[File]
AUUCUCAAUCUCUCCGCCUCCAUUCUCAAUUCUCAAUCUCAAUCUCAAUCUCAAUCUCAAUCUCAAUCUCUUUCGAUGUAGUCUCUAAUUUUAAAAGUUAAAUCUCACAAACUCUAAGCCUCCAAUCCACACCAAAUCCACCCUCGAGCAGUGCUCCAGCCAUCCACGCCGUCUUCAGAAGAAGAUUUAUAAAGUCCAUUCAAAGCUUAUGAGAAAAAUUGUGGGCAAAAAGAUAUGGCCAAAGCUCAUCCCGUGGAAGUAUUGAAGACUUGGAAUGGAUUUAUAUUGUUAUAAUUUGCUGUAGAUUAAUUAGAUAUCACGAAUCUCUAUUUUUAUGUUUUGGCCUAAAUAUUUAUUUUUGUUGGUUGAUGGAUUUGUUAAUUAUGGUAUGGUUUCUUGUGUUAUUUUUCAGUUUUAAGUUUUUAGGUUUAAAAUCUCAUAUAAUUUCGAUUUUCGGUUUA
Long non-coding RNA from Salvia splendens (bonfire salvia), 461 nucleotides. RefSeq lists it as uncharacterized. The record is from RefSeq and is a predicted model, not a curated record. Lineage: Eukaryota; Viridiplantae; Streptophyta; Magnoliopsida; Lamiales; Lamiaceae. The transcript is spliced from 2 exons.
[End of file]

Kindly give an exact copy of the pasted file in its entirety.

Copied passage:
AUUCUCAAUCUCUCCGCCUCCAUUCUCAAUUCUCAAUCUCAAUCUCAAUCUCAAUCUCAAUCUCAAUCUCUUUCGAUGUAGUCUCUAAUUUUAAAAGUUAAAUCUCACAAACUCUAAGCCUCCAAUCCACACCAAAUCCACCCUCGAGCAGUGCUCCAGCCAUCCACGCCGUCUUCAGAAGAAGAUUUAUAAAGUCCAUUCAAAGCUUAUGAGAAAAAUUGUGGGCAAAAAGAUAUGGCCAAAGCUCAUCCCGUGGAAGUAUUGAAGACUUGGAAUGGAUUUAUAUUGUUAUAAUUUGCUGUAGAUUAAUUAGAUAUCACGAAUCUCUAUUUUUAUGUUUUGGCCUAAAUAUUUAUUUUUGUUGGUUGAUGGAUUUGUUAAUUAUGGUAUGGUUUCUUGUGUUAUUUUUCAGUUUUAAGUUUUUAGGUUUAAAAUCUCAUAUAAUUUCGAUUUUCGGUUUA
Long non-coding RNA from Salvia splendens (bonfire salvia), 461 nucleotides. RefSeq lists it as uncharacterized. The record is from RefSeq and is a predicted model, not a curated record. Lineage: Eukaryota; Viridiplantae; Streptophyta; Magnoliopsida; Lamiales; Lamiaceae. The transcript is spliced from 2 exons.